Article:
Sunday, November 05, 2006
There is an article in the Economist this week discussing issues of concern to the Treasury. These concerns involve lending institutions from around the world which the U.S. is borrowing from. The treasury is concerned about the behavior of the banks we are borrowing from. This is largely due to the fact that banks can manipulate the market by restricting the supply of notes. One of the ways they do this is by "parking it with custodian banks." When there is less supply of the notes, banks can and often due profit by using them as collateral for loans. "They do this in the busy repurchase (repo) market, where treasuries are sold for cash with agreement to buy them back later. The scarcer the security you want to swap, the lower the interest rate you pay for the cash, known as the repo rate. On some issues this year the repo rate has fallen close to zero."
The treasury's concerns stem from the large amount of debt the U.S. currently carries. Increases in borrowing costs have more significant effects than ever before as a result. "Overnight money now costs 5.25% after 17 straight hikes." It is costing more and more to borrow which some banks believe it is justified in light of the 'risk' they are taking. Some however view this as Âan exercise in monopoly pricingÂ. If a lendininstitutionon raises its interest rates, it is safe to assume many others have also taken that step or are taking that step at the same time; otherwise the lendininstitutionon would loose its customers.
The Treasury is very concerned with these movements because as mentioned before, "the market for its debt is the world's deepest and most liquid, with an average daily volume of $600 billionÂmany times more than America's share markets." Therefore behavior of banks is of enormous importance to the treasury, perhaps more than any other country in the world. It is also important to note that because the Fed implements monetary policy- it is expected to provide a "risk-free benchmark against which other credit is measured. If it is not squeaky clean, investors could turn tail, raising the country's borrowing costs."
Some argue that manipulating the market would be difficult because of its enormous size; consequently even a few adjustments should not have that big of an impact. Despite this the Treasury is still worried. Another concern is the "sharp increase in treasury settlement ÂfailsÂ in the past few years, caused by a failure to return securities on time to the lender: these tend to jump when the repo rate is low and bonds are scarce."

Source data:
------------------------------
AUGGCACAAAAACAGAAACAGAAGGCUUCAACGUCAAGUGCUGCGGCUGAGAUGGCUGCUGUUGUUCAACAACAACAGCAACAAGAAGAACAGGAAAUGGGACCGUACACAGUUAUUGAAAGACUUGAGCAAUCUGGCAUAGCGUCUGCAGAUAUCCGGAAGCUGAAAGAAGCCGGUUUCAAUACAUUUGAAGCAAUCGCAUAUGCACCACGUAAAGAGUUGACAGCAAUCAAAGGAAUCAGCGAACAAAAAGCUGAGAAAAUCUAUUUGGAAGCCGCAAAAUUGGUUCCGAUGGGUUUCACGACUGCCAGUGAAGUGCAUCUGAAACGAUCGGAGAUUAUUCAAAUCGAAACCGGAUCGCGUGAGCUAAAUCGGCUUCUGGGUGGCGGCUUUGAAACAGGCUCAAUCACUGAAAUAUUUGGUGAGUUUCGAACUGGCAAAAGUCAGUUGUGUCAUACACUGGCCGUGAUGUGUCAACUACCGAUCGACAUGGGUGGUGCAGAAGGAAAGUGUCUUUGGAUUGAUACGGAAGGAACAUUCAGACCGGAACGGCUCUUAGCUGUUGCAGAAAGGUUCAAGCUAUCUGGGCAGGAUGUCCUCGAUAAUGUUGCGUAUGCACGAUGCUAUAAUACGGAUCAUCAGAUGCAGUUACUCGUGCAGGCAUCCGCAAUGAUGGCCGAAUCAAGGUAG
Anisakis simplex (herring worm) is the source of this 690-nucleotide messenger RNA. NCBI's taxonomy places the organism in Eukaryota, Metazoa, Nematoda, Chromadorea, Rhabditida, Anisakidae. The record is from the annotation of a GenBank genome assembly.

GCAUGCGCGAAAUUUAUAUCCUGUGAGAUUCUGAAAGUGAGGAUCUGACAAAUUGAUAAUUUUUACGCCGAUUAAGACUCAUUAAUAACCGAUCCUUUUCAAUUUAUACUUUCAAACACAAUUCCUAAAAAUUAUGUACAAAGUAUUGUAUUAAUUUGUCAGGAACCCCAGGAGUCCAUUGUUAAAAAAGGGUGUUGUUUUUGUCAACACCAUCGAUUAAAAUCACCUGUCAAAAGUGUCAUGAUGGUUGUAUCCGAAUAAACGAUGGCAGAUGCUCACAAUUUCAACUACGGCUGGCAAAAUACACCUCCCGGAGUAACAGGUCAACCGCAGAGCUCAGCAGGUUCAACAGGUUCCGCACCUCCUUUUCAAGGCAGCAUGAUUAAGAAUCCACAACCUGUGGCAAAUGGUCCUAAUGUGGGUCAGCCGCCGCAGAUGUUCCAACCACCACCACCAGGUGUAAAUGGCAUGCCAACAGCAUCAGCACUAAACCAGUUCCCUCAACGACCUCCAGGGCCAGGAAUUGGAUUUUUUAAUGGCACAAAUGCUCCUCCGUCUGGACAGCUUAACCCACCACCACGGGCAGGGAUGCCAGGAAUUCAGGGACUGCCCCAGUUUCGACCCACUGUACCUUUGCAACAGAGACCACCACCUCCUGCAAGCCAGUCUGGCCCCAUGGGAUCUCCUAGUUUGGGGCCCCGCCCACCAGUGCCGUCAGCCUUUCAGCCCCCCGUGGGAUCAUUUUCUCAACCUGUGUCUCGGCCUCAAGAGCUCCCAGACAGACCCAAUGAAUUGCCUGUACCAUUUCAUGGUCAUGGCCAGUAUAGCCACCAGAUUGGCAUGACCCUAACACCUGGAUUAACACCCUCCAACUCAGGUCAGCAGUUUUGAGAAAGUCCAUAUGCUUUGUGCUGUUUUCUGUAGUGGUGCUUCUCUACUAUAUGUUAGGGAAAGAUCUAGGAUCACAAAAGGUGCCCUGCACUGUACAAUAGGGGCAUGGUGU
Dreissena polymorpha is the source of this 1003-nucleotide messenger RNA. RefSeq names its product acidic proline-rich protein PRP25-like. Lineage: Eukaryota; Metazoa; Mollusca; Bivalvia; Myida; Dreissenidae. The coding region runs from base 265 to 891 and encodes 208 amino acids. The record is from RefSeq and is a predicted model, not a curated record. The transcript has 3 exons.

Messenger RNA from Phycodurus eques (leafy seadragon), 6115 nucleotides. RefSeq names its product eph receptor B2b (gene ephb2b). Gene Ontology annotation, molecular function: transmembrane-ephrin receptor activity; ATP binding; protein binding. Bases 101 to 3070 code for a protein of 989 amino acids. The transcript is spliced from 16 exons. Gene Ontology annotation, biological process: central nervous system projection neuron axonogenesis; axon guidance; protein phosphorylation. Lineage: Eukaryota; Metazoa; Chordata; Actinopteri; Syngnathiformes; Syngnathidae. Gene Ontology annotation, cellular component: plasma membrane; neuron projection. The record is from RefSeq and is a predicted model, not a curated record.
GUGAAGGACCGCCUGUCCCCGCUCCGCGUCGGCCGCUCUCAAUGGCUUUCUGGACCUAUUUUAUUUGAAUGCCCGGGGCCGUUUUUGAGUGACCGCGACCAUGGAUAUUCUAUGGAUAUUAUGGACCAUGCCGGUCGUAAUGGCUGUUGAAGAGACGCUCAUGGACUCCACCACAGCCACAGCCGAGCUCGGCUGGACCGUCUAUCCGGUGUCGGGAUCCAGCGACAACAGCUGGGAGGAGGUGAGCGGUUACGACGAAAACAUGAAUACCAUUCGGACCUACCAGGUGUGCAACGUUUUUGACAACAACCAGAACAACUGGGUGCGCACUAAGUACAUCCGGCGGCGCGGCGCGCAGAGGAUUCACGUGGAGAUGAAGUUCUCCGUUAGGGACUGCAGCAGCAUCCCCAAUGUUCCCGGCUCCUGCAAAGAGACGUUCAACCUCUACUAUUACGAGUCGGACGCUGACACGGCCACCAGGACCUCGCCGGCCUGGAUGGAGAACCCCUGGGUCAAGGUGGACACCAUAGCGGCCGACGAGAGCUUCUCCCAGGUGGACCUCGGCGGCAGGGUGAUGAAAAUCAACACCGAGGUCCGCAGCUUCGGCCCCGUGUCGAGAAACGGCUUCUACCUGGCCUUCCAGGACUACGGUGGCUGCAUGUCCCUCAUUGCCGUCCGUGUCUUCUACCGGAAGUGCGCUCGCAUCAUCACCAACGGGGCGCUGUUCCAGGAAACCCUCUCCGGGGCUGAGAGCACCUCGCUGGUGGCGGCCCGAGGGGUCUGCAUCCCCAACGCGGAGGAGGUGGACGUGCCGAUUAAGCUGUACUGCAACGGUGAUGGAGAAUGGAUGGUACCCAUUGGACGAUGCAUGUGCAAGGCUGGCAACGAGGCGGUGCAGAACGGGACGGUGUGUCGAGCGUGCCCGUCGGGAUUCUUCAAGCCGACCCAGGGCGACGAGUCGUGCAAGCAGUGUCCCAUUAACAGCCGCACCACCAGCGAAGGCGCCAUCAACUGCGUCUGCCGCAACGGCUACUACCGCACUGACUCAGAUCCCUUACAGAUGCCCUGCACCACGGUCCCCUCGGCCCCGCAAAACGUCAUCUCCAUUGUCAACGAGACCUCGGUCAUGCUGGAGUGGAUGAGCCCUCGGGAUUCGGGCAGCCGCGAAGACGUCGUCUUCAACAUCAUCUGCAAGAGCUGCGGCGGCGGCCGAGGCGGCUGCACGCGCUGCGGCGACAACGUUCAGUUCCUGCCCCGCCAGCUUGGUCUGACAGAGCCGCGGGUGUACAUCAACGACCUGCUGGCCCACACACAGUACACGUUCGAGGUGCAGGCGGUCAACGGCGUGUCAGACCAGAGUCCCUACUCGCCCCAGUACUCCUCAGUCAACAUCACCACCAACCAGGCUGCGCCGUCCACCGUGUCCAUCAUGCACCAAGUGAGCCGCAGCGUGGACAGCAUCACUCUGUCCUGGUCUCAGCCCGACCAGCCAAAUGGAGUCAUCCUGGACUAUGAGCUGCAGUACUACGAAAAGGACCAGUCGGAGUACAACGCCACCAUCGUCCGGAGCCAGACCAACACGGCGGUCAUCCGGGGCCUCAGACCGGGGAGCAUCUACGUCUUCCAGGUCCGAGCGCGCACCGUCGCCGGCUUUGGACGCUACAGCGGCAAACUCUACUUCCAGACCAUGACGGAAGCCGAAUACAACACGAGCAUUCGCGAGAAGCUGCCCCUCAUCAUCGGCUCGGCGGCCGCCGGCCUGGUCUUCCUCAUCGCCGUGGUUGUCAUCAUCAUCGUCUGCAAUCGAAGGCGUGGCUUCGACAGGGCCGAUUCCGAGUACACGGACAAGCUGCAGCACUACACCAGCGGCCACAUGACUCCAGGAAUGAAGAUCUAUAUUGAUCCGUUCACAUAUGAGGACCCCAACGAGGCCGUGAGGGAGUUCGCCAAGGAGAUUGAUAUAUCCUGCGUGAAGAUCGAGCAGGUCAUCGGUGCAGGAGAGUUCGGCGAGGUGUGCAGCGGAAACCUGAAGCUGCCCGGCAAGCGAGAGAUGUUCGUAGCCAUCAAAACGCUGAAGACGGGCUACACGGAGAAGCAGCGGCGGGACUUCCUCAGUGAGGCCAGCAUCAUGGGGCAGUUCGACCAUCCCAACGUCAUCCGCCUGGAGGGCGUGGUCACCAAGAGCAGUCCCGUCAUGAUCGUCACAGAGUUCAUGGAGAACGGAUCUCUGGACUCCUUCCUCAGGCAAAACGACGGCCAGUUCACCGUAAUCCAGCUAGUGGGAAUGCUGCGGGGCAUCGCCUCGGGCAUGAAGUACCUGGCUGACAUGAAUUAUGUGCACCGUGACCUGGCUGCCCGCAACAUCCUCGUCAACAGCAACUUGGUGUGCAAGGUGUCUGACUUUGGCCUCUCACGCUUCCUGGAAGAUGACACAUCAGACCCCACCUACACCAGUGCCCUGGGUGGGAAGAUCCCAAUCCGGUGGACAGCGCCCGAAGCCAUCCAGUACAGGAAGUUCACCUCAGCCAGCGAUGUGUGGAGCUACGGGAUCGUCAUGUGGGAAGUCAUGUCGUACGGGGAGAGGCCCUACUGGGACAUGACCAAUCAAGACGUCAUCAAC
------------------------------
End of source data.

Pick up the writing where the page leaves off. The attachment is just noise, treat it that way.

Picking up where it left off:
There is also a concern of "history repeating itself" which is in "reference to the scandal at Salomon Brothers in the early 1990s, in which the investment bank was caught dodging rules on treasury auctions in order to gain control over certain issues". As a result, a joint surveillance program was introduced which says the Treasury, the FED and the SEC get together to "compare notes on the market". The Economist suggests that it's time for them to get tougher. It cites the recent downfall of profits for UBS which was caused by mistakes they made. "UBS which must now try to ensure that any bad smells at its bond-trading desk do not pollute other businesses, particularly its prized wealth-management arm. The bank delivered more bad news on October 31st, announcing a 21% drop in third-quarter profits. The cause was largely put down to poor trading: the bank admitted to, among other things, having been 'incorrectly positioned' in the treasury market." It is believed that if the Treasury, the FED and the SEC get tougher, there would be less suspicious increases in interest rates and problems like what UBS experienced would not occur because lending instituions would be more responsible.